For Thomas Strange, the Carolina Music Museum is the natural next step in a musical journey stretching back 25 years. That was when Strange, the museum’s curator, artistic director, and co-founder, began collecting eighteenth- and nineteenth-century pianos.
Opened in March 2018, the museum occupies the 1930 Coca-Cola Bottling Company building, recently vacated by the Sargent Wilson Museum & Gallery. Carolina Music Museum comprises two floors of exhibits, the core of which is Strange’s collection of 31 pianos and harpsichords. Larger pieces—harpsichords and grands—fill the first level, while the second floor is devoted to smaller square “people’s pianos,” intended for home use. The upper level will also house rotating exhibits of different types of musical instruments.
The first notes of Tom Strange’s life-long passion for music sounded at the University of South Carolina, when he became transfixed by the music of a clavichord one of his physics professors had built. Now head of R&D for Abbott pharmaceutical company by day, Strange, in his free time through the years, has restored all the instruments in his collection, a feat he partially attributes to his PhD in physics. “People involved in early keyboard restoration tend to have science backgrounds because of the precision, mathematical correlation, and engineering entailed in making these instruments,” he explains.
Visitors to the museum can hear recordings of the instruments and are even welcome to tickle the ivories on a Flemish harpsichord Strange built in 1980. A year-round schedule of concerts will allow a maximum of 80 guests to gather around the pianos for an intimate experience of music.
“It’s a museum full of little treasures, and each one has a story to tell,” the curator notes. Though stunning as décor in a room, the instruments here make equally arresting sounds—which is why Strange fondly refers to them as “furniture that sings.”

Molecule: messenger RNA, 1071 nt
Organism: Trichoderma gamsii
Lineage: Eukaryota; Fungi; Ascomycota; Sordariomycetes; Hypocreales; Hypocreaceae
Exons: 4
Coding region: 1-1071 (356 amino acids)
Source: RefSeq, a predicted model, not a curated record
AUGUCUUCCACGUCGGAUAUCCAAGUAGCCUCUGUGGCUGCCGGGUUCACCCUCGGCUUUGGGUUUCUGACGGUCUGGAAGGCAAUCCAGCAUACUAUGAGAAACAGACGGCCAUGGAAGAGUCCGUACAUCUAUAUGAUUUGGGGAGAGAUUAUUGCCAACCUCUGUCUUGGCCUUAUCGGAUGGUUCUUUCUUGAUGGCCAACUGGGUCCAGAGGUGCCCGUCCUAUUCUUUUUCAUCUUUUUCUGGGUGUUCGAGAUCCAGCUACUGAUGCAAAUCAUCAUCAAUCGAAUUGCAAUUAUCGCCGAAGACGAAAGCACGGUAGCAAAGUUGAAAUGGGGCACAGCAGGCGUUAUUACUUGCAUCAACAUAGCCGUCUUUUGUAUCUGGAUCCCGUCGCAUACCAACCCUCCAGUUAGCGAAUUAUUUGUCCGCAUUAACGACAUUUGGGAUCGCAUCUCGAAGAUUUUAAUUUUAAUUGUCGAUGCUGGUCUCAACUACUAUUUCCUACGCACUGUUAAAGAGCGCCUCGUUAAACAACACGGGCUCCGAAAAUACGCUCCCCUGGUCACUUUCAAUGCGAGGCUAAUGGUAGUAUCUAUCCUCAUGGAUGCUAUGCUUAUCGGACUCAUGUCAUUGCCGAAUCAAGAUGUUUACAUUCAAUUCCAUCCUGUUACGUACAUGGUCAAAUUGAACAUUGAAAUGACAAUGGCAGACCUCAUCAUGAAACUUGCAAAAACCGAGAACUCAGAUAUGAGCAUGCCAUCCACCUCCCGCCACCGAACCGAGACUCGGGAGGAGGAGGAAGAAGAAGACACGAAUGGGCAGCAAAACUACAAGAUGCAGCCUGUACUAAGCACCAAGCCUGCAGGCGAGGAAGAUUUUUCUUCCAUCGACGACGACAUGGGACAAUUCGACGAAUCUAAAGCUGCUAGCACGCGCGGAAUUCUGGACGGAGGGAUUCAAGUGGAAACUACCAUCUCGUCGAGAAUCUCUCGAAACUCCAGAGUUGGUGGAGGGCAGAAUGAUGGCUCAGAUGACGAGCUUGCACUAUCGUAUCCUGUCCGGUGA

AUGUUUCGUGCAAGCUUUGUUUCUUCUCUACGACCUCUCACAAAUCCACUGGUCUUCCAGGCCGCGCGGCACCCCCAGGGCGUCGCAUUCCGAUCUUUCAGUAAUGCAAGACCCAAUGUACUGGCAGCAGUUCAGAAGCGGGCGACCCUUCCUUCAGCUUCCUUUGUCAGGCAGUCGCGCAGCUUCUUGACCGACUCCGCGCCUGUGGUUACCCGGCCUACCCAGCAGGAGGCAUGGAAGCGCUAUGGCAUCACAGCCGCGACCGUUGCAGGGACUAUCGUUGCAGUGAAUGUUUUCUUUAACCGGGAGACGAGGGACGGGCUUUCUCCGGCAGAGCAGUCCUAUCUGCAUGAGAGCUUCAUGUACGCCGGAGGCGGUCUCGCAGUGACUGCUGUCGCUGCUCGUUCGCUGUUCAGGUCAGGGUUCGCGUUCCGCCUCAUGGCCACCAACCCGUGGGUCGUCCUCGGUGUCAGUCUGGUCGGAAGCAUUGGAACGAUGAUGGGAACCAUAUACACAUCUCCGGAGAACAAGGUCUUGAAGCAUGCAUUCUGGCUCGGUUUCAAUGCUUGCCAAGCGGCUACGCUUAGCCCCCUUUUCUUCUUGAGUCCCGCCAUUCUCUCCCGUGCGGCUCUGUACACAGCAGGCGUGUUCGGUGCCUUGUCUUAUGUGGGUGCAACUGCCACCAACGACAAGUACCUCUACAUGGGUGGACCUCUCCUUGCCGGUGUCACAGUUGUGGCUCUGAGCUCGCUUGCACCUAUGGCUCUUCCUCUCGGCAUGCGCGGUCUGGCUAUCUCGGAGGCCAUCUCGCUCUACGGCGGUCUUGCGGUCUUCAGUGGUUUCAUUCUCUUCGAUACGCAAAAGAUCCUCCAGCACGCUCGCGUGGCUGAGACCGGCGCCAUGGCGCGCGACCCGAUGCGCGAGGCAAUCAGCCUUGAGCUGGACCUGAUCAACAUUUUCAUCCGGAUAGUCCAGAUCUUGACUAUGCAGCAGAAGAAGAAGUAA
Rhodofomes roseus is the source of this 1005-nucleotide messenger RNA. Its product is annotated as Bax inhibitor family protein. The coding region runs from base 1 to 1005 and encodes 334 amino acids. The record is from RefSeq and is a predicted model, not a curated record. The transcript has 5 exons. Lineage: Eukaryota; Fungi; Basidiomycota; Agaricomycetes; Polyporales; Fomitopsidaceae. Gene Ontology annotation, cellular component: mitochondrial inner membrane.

Carolina Music Museum, 516 Buncombe St, Greenville. (864) 520-8807, carolinamusicmuseum.org; $6 admission. Upcoming concerts will include the Swannanoa Chamber Music Festival on Monday evenings in July, and Gail Schroeder and her five-musician ensemble, Asheville Baroque, on Sunday, July 15. Check the website for a complete calendar of events.
Every piece displayed at the museum is noteworthy, but here are a few highlights:
1748 Kirkman Spinet – Made in London, this small harpsichord is the earliest-known and among the best-preserved of the spinets built by prolific craftsman Jacob Kirkman.
1758 Kirkman Double-Manual Harpsichord – With its two keyboards and intricate satinwood marquetry, shaded by scorching the tiny pieces of wood in hot salt, this gorgeous instrument took a year to craft.
1794 Charles Taws Square Piano – Made in Philadelphia, this piano is steeped in American history. It was played for Benjamin Rush and Thomas Jefferson, who were close friends of its owner, astronomer David Rittenhouse.
1834 Unichord Piano – As it plays only one string per note, the unichord built by Robert Nunns, Clark & Co. doesn’t require tuning as often as a normal piano. This one, made in New York, was shipped to South Carolina, where it survived the Civil War owing to the fact that its owner, Eliza Lyles, played it for Union soldiers in her home.
1845 Broadwood Grand – On a visit to London in 1848, Chopin played this piano, made by John Broadwood & Sons, for the family who owned it. He charged them £20 for the honor, a pretty penny at the time.